Page 1 of 1

PFD requirements

Posted: Wed Jun 06, 2007 6:10 pm
by Patrick
hi all, new to kayaking. just bought my first a month ago (not the greatest, but it floats.) now, i'm buying an AF expedition and stuff, and am naive to all the rules so i have a question,

do i really need a PFD? i plan on using this kayak in waters that i normally swim in; calm or rough. so, is it a requirement for these things? not to sound arrogant, but if the Coasties pulled up to me and asked where my pfd was, i would fall overboard, pull the deck rope around my waist and swim back to shore. if i have to have one, i will. if i have to wear one, i will (of course i won't like it, but it's a weird phobia i have that makes no sense) if i just have to have something in the boat, that's cool, but what type then? is type 3 the norm? can i have one of these inflatable ones? i could deal with that. not to heavy and/or constricting.

just thougth of a second question- i have seen the expedition advertised as a 32 and a 34 inch wide craft. my current ride is 30 and seems wide. what is the best length/ most comfortable paddle that anyone is using? i am getting the one that comes in the "kit" since i will be getting it in the states and shipping it to europe later so it is easier, but is there a preference in lenght and maybe material design?

Posted: Thu Jun 07, 2007 10:17 am
First off, you will want to check with local parks and services or authorities, which ever set regulations for the waterways as to whether or not they have specific rules regarding PFDs.
Now many places do not require that you have a PFD but it is always a wise choice no matter how good of a swimmer you are. If for some reason you where knocked unconscious from an out of control boater or something to that effect, you would still be kept afloat. Hopefully face up!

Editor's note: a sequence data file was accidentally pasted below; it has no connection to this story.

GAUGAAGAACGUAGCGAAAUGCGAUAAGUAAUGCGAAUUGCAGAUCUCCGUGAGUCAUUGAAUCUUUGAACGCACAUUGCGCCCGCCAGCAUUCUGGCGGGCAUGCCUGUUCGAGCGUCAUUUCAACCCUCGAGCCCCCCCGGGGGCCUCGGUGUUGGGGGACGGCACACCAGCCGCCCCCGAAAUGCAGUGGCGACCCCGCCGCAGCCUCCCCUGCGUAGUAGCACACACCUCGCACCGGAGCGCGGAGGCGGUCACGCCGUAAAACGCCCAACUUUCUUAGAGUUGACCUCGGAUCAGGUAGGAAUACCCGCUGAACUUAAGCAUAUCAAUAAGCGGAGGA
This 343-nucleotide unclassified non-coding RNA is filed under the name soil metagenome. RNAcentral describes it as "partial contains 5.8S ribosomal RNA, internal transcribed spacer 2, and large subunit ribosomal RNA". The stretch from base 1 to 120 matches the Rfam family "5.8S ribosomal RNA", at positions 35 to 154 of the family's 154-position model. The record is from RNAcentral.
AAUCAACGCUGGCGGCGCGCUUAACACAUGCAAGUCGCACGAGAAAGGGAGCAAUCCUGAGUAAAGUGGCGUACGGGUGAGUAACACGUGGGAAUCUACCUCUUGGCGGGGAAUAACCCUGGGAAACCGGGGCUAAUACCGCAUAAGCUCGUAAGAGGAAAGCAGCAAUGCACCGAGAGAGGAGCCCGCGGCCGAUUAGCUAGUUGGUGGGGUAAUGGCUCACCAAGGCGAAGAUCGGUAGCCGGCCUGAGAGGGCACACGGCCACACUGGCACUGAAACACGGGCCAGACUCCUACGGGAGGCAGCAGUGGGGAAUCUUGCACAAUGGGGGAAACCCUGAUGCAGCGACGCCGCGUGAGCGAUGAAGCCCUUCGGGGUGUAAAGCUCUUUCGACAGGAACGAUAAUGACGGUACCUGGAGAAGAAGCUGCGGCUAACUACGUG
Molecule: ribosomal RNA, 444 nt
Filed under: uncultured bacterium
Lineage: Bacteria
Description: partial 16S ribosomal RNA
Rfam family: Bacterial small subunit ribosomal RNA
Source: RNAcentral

Many manufactures have changed the designs and overall comfort of PFDs. They have become much smaller and lightweight compared to the old bulky "lifejackets" from years ago.
My suggestion would be to try quite a few out and hopefully find one that fits you great. But, it is of course completely up to you.
The outer dimension of the Expedition is 32" wide but the inner dimension is about 14"-15" wide. A paddle that is between 230cm-240cm should suffice. Try some out and see what is most comfortable to you. There are so many diffent types that it can be a little overwhelming.. You will want to find one that is is between that length and also one that doesn't feel shaky when you hold it as well as not heavy. There are basic paddles, whitewater paddles, touring paddles, you name it. The one that comes with your kit may be great to start out with but after awhile you may find that you want to upgrade.
I hope that this aids you in your paddling adventures.


need pfd

Posted: Mon Jun 11, 2007 9:03 pm
by PJohanson